gives children opportunities to become more familiar with the units of mass. It requires learners to convert between units (g and kg in this case) and offers a context for a range of calculations.
It would be good to introduce this activity using something to represent the melons, for example balls of different sizes and weights. Ideally, real watermelons would be wonderful so that learners can handle them and get a 'feel' for their masses. Of course the problem could be adapted to focus on any seasonal and readily-available fruit or vegetable.
Once you have presented the task, give children time to explore in pairs or small groups without saying much more. Depending on learners' experience, you may need to bring the whole group together for a short time (a mini plenary) to discuss the meaning of the units, kilograms and grams.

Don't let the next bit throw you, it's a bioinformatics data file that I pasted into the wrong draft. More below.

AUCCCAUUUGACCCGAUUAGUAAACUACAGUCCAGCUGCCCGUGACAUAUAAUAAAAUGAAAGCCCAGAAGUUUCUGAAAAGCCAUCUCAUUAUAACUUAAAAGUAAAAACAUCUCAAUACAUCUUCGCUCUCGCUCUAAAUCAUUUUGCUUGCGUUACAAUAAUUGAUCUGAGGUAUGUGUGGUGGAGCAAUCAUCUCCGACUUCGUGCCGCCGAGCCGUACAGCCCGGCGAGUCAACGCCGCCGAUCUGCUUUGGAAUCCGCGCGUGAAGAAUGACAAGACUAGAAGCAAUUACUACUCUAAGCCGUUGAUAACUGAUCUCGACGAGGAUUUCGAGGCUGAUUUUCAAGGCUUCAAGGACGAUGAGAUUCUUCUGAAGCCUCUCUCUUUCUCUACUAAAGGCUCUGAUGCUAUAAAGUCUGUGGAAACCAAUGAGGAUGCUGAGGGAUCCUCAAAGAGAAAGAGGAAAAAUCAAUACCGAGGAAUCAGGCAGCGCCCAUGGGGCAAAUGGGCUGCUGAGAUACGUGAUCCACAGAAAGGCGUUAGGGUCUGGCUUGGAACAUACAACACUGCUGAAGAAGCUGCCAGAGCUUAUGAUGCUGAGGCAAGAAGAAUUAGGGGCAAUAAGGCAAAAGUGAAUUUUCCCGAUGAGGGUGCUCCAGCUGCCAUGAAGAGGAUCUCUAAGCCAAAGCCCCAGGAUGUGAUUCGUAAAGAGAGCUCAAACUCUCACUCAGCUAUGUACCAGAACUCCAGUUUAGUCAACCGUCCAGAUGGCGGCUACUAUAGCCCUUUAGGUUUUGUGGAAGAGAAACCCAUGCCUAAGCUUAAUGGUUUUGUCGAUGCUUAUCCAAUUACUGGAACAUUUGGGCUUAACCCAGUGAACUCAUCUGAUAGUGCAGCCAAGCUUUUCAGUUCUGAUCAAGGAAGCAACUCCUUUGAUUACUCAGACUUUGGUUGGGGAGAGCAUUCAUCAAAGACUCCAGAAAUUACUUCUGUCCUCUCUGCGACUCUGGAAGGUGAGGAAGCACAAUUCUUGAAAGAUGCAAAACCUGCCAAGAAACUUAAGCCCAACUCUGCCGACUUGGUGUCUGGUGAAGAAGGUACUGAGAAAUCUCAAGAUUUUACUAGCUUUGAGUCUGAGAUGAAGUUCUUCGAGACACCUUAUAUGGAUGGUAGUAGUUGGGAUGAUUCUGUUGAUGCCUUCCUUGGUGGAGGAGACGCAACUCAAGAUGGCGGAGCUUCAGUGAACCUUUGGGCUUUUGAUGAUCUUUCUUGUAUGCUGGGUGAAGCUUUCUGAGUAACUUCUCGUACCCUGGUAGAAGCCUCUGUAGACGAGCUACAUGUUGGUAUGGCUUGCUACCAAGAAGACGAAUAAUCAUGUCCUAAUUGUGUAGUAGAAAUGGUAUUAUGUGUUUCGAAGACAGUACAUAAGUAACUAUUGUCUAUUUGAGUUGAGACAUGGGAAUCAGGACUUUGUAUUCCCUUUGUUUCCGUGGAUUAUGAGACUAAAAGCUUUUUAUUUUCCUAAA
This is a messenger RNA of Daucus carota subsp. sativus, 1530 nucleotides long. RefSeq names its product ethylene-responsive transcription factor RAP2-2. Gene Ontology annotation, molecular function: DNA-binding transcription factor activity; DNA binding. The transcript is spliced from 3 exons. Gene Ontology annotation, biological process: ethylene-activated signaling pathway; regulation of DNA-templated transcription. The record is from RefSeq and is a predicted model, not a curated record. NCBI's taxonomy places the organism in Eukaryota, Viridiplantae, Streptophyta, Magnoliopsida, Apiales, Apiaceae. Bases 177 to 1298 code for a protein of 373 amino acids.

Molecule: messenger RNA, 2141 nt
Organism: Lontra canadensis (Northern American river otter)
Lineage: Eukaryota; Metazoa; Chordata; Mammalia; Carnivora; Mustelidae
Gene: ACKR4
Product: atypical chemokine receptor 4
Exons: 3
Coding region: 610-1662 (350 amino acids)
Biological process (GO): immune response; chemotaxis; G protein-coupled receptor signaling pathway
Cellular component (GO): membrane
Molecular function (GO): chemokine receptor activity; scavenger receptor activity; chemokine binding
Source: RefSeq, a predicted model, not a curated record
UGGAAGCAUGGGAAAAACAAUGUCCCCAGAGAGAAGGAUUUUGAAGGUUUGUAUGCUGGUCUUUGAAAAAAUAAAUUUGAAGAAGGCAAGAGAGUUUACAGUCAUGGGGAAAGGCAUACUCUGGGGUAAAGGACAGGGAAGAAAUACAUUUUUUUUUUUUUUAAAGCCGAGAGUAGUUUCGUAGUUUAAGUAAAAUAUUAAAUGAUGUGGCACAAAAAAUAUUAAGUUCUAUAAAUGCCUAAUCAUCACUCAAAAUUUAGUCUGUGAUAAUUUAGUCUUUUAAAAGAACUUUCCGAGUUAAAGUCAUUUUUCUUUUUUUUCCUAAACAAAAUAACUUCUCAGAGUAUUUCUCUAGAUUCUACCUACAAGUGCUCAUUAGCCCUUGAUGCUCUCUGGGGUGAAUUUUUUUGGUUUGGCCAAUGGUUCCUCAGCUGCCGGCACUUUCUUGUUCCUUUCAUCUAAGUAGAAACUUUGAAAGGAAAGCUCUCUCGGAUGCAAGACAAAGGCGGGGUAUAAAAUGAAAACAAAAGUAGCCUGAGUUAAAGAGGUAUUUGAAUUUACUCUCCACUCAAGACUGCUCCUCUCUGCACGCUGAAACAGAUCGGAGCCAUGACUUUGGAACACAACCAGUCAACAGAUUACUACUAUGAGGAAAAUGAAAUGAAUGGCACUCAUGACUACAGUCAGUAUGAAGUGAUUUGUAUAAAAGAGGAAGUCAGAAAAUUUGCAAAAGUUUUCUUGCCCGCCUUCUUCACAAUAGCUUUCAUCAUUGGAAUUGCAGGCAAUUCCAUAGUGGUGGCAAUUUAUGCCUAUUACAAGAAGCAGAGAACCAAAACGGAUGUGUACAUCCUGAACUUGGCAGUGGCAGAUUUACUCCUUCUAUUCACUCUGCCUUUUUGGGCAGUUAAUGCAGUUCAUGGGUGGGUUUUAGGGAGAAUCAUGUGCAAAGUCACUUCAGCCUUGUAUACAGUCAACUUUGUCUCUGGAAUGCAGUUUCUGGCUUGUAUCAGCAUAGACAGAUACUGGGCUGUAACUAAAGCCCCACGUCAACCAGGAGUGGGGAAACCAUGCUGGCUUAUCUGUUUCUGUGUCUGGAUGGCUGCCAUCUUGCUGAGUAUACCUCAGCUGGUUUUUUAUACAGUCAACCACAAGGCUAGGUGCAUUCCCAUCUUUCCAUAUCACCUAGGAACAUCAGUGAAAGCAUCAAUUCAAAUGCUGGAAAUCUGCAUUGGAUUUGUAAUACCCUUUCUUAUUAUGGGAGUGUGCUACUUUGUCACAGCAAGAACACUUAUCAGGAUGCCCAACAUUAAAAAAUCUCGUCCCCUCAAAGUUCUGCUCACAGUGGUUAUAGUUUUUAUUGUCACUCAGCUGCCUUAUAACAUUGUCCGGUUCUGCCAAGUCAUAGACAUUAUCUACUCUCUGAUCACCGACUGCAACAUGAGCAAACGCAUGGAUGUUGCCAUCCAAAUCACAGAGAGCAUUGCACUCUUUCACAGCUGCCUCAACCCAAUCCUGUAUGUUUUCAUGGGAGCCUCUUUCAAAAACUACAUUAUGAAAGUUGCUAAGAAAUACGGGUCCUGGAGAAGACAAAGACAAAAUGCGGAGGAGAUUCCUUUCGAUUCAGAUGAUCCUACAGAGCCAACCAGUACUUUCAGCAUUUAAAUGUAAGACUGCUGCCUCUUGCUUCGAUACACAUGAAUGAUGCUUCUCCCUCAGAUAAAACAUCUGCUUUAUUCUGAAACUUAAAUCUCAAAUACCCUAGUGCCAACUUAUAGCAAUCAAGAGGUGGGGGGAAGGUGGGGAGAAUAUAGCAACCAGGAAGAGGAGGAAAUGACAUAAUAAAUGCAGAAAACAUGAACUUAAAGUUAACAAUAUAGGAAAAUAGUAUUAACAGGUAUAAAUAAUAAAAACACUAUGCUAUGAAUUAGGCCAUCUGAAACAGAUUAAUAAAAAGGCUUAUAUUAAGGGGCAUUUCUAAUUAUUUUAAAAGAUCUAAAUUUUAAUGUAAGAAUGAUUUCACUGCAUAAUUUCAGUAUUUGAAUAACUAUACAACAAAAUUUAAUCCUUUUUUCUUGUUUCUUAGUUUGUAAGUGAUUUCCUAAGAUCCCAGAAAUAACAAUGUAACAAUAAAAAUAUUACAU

You could invite children to create a poster which describes how they approached the task. The plenary could then involve giving time to walk around the room, looking at everyone's posters.
How can you find out how much each melon weighs in grams?
How did you work this out?
Children could be challenged to come up with other mathematical ways that the melon-growing competition could be judged.
It would help to have some scales available, if possible, particularly if both grams and kilograms are marked.